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The IRS Has Special Software to Find Bitcoin Tax Cheats

One benefit of using bitcoin is the digital currency can be anonymous—its owners can move money around the world without revealing who they are. Well, in theory at least. In reality, bitcoin is less secret than people think.

The latest reminder of this comes via a report that the Internal Revenue Service is using software to unmask bitcoin users who have failed to report profits. According to a contract unearthed by the Daily Beast, the IRS is paying a company called Chainalysis to help identify the owners of digital “wallets” that users employ to store their bitcoins.


In a letter to the IRS, the co-founder of Chainalysis says the company has information on 25 percent of all bitcoin addresses and that it deploys millions of tags to help track and identify transactions. Here is a screenshot of a paragraph from the letter:

The decision by the IRS to license the software of Chainalysis, which is based in Switzerland with an office in New York, appears to be part of the agency’s larger campaign to target digital currency users who have failed to pay tax.

As Fortune reported earlier this year, the IRS claims only 802 people declared a capital gain or loss related to bitcoin in 2015. This is significant since the price of bitcoin soared from around $13 to over $1100 between 2013 and 2015, and hundreds of thousands (like millions) of Americans bought and sold digital currency during this time—in other words, there are many people who face bitcoin-related tax trouble, and the IRS is tracking some of them down.

There are indications, though, the IRS is focusing only on the bigger fish. For instance, in the agency’s ongoing legal battle with the popular digital currency exchange, Coinbase, the IRS recently agreed to limit its request for customer records only to accounts with transactions over $20,000.

Nonetheless, the IRS’s use of the Chainalysis software is likely to make some bitcoin owners uneasy. Meanwhile, on bitcoin forums, some users have expressed resentment against exchanges like Coinbase, Kraken, and Mt. Gox for allegedly storing wallets in such a way that analytic companies like Chainalysis or BitSeer can identify individual users.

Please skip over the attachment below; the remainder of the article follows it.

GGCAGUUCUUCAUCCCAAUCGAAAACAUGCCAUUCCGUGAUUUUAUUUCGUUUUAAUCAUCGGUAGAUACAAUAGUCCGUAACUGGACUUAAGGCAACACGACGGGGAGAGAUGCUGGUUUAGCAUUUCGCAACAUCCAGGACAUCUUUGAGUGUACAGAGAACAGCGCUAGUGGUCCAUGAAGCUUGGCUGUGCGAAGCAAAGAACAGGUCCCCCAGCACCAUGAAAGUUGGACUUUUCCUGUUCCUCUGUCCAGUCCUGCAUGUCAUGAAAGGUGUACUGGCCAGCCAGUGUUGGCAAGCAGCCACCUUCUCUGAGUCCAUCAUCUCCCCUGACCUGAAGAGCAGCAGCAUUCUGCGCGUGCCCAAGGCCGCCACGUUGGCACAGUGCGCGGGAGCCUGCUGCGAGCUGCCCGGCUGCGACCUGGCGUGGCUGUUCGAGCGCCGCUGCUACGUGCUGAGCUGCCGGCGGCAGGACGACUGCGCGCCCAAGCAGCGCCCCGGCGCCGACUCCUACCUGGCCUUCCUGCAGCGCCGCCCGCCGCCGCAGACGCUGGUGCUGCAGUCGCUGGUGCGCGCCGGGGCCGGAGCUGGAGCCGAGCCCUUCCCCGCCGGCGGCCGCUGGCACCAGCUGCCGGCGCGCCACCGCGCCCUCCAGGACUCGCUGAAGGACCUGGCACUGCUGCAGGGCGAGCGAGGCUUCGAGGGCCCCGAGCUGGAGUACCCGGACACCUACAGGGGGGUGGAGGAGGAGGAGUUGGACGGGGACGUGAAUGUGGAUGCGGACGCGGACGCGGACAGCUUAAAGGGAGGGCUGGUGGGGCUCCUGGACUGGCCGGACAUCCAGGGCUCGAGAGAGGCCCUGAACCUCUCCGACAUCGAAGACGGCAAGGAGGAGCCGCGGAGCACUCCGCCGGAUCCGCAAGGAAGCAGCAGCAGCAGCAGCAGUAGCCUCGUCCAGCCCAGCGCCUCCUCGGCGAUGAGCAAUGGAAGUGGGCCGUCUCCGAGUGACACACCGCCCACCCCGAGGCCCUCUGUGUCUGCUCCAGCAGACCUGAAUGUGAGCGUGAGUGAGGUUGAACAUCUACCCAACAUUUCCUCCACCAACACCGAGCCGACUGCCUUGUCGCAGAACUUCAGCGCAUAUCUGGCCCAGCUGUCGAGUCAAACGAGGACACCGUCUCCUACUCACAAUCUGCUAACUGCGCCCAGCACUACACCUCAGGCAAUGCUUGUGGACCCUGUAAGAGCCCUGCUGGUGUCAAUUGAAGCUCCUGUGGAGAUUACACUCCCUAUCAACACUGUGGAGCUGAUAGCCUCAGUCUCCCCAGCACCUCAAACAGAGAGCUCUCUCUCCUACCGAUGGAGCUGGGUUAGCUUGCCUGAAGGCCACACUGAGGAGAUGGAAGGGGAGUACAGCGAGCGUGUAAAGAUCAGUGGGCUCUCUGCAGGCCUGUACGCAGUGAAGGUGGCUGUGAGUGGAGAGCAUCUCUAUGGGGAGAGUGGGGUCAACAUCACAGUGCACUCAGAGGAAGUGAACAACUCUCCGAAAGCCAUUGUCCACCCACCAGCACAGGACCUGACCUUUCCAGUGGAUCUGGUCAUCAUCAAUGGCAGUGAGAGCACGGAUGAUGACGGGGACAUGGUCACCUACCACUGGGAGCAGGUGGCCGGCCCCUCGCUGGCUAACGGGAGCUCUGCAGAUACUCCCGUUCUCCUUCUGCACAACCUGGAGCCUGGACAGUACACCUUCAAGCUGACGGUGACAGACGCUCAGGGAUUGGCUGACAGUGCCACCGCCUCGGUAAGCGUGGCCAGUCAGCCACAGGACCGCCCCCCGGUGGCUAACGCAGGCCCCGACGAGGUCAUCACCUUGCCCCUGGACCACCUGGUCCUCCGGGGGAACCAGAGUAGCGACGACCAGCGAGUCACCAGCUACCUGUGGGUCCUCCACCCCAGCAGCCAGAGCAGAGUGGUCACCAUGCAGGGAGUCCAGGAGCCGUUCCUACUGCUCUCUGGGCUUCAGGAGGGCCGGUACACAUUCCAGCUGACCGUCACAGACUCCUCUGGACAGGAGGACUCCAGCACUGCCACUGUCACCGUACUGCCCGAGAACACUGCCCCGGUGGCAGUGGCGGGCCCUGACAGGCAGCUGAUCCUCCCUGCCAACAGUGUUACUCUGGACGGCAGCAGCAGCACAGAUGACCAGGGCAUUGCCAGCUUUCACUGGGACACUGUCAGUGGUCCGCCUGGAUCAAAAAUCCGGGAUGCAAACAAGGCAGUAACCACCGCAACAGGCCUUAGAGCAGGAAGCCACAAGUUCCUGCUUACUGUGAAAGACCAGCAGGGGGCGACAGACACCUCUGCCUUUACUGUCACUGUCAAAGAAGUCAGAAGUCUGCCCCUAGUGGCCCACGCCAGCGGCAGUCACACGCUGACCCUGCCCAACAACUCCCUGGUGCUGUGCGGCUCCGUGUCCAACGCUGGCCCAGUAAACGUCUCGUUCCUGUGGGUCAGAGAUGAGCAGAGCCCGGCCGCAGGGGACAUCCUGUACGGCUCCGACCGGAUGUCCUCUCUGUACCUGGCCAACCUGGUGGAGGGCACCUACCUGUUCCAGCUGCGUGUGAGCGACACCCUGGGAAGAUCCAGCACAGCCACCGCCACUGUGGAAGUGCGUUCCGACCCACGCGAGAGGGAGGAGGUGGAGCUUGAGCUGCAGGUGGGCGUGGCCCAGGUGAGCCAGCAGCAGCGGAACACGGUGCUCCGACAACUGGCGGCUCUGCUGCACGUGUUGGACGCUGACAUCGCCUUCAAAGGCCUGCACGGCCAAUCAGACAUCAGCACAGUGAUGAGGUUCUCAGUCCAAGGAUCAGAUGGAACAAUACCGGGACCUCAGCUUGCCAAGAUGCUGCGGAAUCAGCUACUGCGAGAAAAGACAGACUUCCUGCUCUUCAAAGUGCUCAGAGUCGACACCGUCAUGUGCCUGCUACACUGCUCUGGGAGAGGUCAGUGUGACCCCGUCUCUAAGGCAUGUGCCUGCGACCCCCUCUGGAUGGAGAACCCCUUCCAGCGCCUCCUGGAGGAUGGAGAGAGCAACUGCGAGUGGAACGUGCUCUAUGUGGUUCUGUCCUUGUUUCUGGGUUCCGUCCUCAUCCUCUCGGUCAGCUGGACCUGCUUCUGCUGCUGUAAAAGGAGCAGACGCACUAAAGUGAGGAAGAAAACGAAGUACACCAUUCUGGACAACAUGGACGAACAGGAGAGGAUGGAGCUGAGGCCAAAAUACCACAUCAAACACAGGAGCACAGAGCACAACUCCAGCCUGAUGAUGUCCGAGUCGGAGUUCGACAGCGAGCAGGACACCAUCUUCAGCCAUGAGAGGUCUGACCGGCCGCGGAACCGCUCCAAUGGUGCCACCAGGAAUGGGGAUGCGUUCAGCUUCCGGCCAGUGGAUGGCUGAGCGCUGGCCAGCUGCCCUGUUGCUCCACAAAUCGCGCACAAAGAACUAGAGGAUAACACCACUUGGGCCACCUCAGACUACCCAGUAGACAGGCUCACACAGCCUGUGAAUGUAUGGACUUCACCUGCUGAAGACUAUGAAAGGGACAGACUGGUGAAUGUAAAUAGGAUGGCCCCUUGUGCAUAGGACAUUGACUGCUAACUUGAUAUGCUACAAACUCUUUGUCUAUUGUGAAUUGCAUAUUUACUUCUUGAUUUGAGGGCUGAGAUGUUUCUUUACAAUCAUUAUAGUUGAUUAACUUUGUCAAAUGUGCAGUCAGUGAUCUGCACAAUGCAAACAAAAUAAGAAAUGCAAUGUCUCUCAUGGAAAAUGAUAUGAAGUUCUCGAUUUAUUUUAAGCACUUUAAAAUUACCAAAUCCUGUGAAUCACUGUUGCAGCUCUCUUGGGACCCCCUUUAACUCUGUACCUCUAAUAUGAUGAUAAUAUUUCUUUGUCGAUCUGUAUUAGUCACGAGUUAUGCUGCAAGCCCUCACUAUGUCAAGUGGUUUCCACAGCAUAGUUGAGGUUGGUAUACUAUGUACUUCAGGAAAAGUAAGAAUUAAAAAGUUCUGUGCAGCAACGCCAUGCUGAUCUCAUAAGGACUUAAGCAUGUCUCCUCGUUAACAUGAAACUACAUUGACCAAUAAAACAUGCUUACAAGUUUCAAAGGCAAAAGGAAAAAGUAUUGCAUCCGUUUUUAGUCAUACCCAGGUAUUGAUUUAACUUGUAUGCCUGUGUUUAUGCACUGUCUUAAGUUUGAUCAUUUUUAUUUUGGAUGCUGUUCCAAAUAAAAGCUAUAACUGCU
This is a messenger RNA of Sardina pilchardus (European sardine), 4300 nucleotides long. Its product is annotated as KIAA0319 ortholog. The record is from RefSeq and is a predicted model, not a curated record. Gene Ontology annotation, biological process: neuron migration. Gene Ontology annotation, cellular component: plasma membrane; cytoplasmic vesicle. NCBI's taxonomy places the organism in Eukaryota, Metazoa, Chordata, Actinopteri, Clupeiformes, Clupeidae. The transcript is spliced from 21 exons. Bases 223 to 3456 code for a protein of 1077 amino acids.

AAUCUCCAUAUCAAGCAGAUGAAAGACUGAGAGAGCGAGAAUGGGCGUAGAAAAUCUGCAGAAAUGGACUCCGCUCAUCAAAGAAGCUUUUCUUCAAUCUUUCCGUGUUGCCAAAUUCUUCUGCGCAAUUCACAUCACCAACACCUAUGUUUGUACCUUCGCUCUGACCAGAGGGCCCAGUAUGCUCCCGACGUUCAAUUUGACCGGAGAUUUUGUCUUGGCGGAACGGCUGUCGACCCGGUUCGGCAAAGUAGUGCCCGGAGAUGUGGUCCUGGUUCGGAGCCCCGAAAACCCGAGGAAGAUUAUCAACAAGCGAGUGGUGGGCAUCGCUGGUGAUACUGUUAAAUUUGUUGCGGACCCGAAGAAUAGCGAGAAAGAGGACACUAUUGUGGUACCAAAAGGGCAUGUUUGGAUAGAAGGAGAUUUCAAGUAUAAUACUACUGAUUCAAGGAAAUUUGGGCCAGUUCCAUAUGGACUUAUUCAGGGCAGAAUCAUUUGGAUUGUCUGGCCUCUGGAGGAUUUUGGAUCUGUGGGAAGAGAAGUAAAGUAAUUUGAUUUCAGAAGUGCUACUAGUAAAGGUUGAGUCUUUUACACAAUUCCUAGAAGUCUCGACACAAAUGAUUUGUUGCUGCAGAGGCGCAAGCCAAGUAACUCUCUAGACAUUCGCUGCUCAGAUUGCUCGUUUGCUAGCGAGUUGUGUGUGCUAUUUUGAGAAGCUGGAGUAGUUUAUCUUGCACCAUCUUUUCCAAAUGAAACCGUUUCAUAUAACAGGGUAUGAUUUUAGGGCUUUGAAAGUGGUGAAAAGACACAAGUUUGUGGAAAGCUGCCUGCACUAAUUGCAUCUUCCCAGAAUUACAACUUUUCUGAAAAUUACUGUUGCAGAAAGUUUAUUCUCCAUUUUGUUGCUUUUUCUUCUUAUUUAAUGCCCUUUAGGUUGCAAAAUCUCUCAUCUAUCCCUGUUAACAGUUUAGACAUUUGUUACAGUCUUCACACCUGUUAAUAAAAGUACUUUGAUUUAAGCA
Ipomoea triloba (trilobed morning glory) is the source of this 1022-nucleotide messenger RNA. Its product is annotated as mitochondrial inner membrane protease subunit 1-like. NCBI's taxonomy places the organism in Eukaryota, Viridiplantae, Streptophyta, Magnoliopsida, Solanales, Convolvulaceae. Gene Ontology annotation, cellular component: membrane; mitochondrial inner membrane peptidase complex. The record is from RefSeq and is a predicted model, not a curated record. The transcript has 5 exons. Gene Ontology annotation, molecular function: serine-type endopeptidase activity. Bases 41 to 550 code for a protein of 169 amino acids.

The forum chatter also shows some bitcoin users are thinking of switching to other digital currencies like Monero that are harder to trace.

Finally, the existence of tools like Chainalysis doesn’t mean bitcoin users can’t be anonymous. Those who wish to keep their identity concealed can do so by maintaining their own wallet and avoiding exchanges that collect customer information.


Paleo Diet Baby Food Is Now A Thing

The Paleo diet is estimated to become a $300 million industry by 2018, mostly by convincing adults to forgo anything a caveman wouldn’t (or couldn’t eat) — adios, pasta, sugar, and processed foods. Now one Austin, Texas-based couple wants babies to get in on the trend with Paleo-inspired baby food.

According to Moneyish, Joe Carr and Serenity Heegel started Serenity Kids to promote a high-protein, high-fat diet for babies.”We saw how difficult it was for our friends who cook all of their baby’s food,” the couple writes on “We were shocked by the amount of sugar in most baby foods, because sugar (even from fruit) creates inflammation, which leads to health problems and can make a baby fussy from the blood sugar crash.”